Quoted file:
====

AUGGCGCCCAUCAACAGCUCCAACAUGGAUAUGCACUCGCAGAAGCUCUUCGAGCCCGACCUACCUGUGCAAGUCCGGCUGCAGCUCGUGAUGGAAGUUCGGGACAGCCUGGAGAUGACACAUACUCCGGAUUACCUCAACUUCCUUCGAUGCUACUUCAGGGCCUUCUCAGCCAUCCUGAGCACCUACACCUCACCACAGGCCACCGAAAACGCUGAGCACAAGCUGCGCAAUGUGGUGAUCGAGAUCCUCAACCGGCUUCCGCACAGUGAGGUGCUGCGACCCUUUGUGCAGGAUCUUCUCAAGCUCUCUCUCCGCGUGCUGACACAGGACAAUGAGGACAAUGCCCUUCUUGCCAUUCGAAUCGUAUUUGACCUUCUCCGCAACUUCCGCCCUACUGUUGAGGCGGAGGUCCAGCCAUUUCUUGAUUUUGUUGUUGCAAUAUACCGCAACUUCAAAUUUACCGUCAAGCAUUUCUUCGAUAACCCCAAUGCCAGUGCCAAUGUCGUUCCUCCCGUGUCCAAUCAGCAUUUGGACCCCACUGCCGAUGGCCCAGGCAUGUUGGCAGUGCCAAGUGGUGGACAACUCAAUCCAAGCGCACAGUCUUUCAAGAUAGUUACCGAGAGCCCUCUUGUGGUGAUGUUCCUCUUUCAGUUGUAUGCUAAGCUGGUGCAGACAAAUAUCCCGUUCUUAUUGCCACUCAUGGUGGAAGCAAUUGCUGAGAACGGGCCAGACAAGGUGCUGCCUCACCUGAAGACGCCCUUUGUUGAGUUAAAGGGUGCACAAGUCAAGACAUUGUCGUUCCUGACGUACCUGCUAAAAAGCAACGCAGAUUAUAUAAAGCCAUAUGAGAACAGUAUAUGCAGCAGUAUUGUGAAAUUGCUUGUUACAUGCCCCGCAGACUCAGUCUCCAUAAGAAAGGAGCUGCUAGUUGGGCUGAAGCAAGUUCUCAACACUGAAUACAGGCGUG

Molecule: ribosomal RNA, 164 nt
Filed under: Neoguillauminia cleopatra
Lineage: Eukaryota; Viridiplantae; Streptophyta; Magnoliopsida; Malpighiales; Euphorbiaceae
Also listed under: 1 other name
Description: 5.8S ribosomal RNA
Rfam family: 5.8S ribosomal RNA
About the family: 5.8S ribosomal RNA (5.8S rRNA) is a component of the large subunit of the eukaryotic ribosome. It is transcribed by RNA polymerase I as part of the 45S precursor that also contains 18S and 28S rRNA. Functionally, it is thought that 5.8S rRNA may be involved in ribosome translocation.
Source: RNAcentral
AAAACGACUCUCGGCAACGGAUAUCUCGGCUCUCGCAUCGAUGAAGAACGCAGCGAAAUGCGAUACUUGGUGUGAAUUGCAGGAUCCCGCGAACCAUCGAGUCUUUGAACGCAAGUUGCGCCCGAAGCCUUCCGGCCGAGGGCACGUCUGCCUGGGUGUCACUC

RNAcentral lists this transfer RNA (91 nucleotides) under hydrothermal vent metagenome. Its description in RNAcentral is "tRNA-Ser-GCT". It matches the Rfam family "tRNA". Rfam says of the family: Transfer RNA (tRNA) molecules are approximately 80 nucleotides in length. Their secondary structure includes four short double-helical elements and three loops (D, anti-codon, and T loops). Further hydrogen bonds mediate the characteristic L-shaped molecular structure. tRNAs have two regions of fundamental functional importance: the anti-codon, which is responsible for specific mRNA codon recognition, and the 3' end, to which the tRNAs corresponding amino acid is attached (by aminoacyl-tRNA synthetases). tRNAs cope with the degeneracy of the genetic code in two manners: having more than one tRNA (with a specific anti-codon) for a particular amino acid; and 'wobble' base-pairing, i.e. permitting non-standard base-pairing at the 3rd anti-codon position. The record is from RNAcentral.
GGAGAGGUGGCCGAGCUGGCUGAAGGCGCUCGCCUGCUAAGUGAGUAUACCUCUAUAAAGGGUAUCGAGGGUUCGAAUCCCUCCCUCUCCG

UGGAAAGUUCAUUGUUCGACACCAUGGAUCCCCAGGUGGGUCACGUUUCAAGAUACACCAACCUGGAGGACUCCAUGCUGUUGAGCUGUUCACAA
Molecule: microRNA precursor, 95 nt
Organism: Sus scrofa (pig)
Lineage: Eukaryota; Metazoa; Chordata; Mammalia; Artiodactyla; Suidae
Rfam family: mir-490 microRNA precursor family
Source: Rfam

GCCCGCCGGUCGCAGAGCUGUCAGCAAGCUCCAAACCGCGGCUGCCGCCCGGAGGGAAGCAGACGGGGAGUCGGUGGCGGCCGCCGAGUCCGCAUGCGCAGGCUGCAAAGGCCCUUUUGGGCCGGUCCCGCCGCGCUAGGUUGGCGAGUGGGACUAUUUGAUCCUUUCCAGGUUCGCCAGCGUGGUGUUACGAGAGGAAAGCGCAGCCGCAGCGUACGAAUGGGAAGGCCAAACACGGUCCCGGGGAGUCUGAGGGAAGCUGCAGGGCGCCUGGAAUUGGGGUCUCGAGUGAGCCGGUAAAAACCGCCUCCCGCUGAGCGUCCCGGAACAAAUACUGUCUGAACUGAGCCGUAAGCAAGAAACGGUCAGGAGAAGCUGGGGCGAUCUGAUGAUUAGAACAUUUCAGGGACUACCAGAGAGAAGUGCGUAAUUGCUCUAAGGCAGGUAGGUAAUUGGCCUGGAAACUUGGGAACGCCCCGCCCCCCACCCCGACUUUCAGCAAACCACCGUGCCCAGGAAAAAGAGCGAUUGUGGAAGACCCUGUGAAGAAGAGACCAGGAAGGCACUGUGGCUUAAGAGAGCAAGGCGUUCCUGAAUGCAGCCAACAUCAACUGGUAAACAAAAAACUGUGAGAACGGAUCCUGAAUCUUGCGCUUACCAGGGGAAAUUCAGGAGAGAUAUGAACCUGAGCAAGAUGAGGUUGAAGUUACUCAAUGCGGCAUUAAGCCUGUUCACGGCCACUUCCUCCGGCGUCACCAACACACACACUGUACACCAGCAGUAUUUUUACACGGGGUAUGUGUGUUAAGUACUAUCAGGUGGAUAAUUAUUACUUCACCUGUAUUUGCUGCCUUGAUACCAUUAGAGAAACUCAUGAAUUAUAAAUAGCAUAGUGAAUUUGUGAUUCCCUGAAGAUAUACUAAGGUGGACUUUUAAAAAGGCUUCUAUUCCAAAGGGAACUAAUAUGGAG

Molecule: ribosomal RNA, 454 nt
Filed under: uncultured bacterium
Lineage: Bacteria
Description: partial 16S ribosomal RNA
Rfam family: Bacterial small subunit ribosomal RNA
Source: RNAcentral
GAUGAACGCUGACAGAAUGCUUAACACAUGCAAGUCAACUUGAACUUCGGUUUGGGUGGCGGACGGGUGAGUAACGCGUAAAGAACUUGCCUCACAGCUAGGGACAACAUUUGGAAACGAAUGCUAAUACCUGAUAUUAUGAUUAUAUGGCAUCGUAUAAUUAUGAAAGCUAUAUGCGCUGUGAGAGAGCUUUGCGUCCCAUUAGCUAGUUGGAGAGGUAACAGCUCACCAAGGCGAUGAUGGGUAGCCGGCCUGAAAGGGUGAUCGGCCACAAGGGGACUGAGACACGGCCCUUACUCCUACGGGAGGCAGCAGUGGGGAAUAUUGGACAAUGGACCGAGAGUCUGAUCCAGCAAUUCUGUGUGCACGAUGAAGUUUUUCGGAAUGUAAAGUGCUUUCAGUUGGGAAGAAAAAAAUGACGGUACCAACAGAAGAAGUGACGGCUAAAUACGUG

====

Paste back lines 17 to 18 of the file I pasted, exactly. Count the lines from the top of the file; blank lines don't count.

Rfam family: mir-490 microRNA precursor family
Source: Rfam